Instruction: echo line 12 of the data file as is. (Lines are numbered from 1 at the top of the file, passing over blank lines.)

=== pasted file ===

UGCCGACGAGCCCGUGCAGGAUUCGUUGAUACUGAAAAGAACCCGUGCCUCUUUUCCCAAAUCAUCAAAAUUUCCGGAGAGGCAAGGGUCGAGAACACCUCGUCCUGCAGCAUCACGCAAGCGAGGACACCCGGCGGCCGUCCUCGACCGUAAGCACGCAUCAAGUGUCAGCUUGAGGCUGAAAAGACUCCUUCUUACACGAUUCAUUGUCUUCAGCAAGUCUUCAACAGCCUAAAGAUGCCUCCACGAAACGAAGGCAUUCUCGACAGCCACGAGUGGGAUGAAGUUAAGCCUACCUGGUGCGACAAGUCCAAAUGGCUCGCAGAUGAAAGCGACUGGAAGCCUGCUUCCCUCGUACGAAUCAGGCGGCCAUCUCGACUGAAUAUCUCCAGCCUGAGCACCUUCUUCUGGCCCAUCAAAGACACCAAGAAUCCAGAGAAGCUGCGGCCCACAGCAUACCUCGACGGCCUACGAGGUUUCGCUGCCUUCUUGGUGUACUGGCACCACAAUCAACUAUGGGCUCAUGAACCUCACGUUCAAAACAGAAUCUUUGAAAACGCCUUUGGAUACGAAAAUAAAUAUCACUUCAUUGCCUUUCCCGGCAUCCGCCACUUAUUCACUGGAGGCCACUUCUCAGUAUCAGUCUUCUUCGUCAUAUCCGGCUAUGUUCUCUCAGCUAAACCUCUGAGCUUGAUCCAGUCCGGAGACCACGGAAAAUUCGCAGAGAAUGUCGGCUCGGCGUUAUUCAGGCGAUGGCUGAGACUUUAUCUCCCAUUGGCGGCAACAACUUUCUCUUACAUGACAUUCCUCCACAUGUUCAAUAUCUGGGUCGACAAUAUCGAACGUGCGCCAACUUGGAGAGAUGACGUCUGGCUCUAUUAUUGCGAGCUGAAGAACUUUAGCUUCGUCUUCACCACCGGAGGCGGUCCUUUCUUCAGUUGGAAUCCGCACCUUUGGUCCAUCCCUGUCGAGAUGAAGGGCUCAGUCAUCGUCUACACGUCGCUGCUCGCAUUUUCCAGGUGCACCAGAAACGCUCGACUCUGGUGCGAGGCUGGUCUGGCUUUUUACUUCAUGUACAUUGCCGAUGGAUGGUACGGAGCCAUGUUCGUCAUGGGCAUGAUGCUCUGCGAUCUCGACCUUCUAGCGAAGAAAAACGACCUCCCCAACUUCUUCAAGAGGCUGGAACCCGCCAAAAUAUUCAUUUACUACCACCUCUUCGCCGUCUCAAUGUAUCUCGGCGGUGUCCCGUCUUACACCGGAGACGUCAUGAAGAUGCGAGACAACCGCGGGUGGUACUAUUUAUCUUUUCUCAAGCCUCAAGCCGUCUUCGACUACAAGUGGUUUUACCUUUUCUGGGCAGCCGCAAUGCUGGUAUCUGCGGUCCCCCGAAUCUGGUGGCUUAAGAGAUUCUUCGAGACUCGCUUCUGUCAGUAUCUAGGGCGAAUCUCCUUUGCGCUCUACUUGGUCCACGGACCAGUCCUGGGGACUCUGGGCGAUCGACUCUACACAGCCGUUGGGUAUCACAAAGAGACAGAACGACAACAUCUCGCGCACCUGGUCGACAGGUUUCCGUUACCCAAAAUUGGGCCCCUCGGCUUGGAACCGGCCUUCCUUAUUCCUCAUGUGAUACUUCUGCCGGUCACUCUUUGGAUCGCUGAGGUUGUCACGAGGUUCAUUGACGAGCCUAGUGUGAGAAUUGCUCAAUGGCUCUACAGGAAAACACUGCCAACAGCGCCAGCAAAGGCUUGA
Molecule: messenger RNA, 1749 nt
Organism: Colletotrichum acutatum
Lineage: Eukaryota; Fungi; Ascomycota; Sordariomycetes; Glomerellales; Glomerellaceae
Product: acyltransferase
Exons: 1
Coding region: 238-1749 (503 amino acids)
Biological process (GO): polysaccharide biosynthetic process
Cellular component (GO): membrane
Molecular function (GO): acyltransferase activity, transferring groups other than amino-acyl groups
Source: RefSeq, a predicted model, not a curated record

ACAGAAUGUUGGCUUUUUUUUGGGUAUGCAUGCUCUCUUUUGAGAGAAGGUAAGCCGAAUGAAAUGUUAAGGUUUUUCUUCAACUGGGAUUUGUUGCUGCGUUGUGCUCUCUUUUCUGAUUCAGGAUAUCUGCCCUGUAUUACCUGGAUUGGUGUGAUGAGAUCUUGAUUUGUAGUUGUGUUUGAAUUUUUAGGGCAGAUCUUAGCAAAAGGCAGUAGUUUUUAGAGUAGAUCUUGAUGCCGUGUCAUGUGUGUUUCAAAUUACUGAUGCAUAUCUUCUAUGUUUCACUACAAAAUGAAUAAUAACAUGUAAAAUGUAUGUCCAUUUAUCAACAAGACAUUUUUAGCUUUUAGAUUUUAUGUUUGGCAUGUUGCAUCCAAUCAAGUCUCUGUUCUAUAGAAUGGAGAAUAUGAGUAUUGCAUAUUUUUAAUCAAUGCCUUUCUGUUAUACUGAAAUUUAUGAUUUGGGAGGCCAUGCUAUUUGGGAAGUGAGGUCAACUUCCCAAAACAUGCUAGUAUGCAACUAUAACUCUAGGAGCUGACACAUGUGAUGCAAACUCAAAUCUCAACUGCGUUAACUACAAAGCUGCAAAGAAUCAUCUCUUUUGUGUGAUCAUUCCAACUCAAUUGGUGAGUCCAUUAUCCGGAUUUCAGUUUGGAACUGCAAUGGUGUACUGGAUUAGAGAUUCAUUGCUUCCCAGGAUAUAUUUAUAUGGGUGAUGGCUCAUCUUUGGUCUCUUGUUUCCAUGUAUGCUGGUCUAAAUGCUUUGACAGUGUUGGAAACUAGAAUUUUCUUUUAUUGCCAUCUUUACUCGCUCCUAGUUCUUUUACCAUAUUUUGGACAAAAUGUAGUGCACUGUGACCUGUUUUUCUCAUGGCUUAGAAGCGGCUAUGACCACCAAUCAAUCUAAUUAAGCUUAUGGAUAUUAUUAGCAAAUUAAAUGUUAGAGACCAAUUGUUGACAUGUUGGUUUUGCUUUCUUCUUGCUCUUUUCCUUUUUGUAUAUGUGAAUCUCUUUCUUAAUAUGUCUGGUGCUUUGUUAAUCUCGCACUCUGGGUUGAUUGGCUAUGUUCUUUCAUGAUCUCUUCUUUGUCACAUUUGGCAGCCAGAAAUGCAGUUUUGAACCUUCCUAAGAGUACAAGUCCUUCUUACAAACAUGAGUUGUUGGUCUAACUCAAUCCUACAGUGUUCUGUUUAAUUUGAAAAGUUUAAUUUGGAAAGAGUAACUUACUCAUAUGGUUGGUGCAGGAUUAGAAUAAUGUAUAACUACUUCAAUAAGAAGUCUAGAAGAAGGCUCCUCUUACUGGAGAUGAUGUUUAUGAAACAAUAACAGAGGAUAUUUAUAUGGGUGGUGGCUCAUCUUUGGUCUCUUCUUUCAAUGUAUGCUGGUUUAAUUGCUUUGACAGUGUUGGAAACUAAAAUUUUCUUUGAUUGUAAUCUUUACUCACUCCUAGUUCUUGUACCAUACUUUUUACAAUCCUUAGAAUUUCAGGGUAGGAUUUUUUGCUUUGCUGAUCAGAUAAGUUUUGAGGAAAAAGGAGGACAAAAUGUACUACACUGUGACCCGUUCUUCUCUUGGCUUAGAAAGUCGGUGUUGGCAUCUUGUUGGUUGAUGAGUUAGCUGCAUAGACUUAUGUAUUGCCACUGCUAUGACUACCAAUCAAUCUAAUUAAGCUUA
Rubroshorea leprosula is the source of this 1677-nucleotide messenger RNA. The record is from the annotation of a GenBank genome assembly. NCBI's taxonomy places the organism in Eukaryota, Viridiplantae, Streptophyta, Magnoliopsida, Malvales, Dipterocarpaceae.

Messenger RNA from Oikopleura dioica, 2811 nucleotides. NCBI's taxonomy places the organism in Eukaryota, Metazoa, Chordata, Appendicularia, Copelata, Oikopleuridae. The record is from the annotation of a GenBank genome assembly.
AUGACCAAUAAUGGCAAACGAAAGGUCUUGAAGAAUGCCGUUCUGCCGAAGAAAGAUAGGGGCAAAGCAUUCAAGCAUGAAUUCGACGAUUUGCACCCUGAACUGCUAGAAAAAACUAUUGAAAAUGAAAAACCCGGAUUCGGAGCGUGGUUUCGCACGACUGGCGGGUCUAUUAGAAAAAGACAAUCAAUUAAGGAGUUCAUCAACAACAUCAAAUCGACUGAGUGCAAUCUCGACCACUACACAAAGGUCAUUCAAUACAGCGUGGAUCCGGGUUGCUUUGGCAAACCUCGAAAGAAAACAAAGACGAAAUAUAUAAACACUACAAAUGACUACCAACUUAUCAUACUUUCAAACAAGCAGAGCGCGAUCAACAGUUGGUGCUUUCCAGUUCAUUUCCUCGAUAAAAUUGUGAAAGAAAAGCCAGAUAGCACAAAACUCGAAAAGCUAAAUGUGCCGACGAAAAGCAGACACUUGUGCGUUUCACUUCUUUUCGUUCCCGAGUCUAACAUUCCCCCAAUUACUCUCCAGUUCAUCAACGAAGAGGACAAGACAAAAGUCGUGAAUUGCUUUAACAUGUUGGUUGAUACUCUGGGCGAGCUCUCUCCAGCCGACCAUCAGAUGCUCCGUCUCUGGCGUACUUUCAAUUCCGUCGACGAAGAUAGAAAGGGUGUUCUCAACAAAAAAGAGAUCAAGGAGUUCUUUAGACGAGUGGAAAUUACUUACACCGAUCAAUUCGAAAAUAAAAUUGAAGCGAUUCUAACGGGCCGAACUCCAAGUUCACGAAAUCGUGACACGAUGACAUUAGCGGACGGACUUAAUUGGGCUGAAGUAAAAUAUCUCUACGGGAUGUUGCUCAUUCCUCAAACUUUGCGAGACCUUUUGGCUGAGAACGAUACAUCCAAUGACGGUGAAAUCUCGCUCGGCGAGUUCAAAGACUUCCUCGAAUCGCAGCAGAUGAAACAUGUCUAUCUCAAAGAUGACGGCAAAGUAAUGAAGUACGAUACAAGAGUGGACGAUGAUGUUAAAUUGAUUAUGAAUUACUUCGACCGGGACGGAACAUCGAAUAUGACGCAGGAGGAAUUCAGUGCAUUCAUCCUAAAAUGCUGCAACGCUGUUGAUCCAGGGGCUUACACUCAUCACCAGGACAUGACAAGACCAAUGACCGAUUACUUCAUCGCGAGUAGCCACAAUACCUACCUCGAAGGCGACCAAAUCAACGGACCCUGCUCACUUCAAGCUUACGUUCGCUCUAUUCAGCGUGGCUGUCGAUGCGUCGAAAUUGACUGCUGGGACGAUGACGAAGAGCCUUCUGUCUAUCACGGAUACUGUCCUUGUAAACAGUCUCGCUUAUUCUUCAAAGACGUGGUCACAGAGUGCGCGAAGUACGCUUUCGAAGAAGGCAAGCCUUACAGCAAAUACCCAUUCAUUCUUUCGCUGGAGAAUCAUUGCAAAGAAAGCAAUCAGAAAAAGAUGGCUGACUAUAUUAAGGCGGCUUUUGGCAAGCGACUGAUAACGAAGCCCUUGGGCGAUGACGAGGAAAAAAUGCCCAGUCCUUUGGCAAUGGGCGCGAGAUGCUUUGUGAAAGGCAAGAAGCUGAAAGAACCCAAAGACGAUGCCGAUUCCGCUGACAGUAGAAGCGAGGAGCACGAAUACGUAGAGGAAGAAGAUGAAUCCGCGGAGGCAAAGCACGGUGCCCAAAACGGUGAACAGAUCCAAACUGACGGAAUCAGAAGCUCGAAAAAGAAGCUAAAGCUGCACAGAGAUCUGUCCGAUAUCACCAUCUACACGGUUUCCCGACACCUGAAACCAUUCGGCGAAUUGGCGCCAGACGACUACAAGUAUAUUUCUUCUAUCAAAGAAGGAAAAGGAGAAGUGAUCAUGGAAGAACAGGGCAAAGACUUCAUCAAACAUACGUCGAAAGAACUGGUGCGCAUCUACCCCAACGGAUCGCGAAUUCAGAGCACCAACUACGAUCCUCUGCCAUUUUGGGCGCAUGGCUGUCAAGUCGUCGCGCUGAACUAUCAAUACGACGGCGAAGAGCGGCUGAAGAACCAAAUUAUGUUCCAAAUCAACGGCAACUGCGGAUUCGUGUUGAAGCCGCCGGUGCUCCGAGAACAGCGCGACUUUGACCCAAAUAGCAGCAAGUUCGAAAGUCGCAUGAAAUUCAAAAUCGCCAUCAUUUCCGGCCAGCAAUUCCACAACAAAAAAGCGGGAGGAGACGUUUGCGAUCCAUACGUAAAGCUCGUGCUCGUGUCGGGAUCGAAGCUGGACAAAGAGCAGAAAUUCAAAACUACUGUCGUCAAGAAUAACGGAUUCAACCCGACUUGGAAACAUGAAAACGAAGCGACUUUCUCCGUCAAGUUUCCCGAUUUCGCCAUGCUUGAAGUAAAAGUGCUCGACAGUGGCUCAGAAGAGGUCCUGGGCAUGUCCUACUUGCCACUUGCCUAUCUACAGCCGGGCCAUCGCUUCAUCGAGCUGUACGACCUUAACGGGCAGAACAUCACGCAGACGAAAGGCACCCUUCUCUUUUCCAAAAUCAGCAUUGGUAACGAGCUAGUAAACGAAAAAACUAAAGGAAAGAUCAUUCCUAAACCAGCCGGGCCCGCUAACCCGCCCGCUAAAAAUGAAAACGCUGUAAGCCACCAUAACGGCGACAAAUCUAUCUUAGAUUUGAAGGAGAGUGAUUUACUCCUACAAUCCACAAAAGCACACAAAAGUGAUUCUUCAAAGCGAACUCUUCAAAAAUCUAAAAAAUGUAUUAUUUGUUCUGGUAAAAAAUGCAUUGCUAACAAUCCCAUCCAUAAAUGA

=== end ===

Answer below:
ACAGAAUGUUGGCUUUUUUUUGGGUAUGCAUGCUCUCUUUUGAGAGAAGGUAAGCCGAAUGAAAUGUUAAGGUUUUUCUUCAACUGGGAUUUGUUGCUGCGUUGUGCUCUCUUUUCUGAUUCAGGAUAUCUGCCCUGUAUUACCUGGAUUGGUGUGAUGAGAUCUUGAUUUGUAGUUGUGUUUGAAUUUUUAGGGCAGAUCUUAGCAAAAGGCAGUAGUUUUUAGAGUAGAUCUUGAUGCCGUGUCAUGUGUGUUUCAAAUUACUGAUGCAUAUCUUCUAUGUUUCACUACAAAAUGAAUAAUAACAUGUAAAAUGUAUGUCCAUUUAUCAACAAGACAUUUUUAGCUUUUAGAUUUUAUGUUUGGCAUGUUGCAUCCAAUCAAGUCUCUGUUCUAUAGAAUGGAGAAUAUGAGUAUUGCAUAUUUUUAAUCAAUGCCUUUCUGUUAUACUGAAAUUUAUGAUUUGGGAGGCCAUGCUAUUUGGGAAGUGAGGUCAACUUCCCAAAACAUGCUAGUAUGCAACUAUAACUCUAGGAGCUGACACAUGUGAUGCAAACUCAAAUCUCAACUGCGUUAACUACAAAGCUGCAAAGAAUCAUCUCUUUUGUGUGAUCAUUCCAACUCAAUUGGUGAGUCCAUUAUCCGGAUUUCAGUUUGGAACUGCAAUGGUGUACUGGAUUAGAGAUUCAUUGCUUCCCAGGAUAUAUUUAUAUGGGUGAUGGCUCAUCUUUGGUCUCUUGUUUCCAUGUAUGCUGGUCUAAAUGCUUUGACAGUGUUGGAAACUAGAAUUUUCUUUUAUUGCCAUCUUUACUCGCUCCUAGUUCUUUUACCAUAUUUUGGACAAAAUGUAGUGCACUGUGACCUGUUUUUCUCAUGGCUUAGAAGCGGCUAUGACCACCAAUCAAUCUAAUUAAGCUUAUGGAUAUUAUUAGCAAAUUAAAUGUUAGAGACCAAUUGUUGACAUGUUGGUUUUGCUUUCUUCUUGCUCUUUUCCUUUUUGUAUAUGUGAAUCUCUUUCUUAAUAUGUCUGGUGCUUUGUUAAUCUCGCACUCUGGGUUGAUUGGCUAUGUUCUUUCAUGAUCUCUUCUUUGUCACAUUUGGCAGCCAGAAAUGCAGUUUUGAACCUUCCUAAGAGUACAAGUCCUUCUUACAAACAUGAGUUGUUGGUCUAACUCAAUCCUACAGUGUUCUGUUUAAUUUGAAAAGUUUAAUUUGGAAAGAGUAACUUACUCAUAUGGUUGGUGCAGGAUUAGAAUAAUGUAUAACUACUUCAAUAAGAAGUCUAGAAGAAGGCUCCUCUUACUGGAGAUGAUGUUUAUGAAACAAUAACAGAGGAUAUUUAUAUGGGUGGUGGCUCAUCUUUGGUCUCUUCUUUCAAUGUAUGCUGGUUUAAUUGCUUUGACAGUGUUGGAAACUAAAAUUUUCUUUGAUUGUAAUCUUUACUCACUCCUAGUUCUUGUACCAUACUUUUUACAAUCCUUAGAAUUUCAGGGUAGGAUUUUUUGCUUUGCUGAUCAGAUAAGUUUUGAGGAAAAAGGAGGACAAAAUGUACUACACUGUGACCCGUUCUUCUCUUGGCUUAGAAAGUCGGUGUUGGCAUCUUGUUGGUUGAUGAGUUAGCUGCAUAGACUUAUGUAUUGCCACUGCUAUGACUACCAAUCAAUCUAAUUAAGCUUA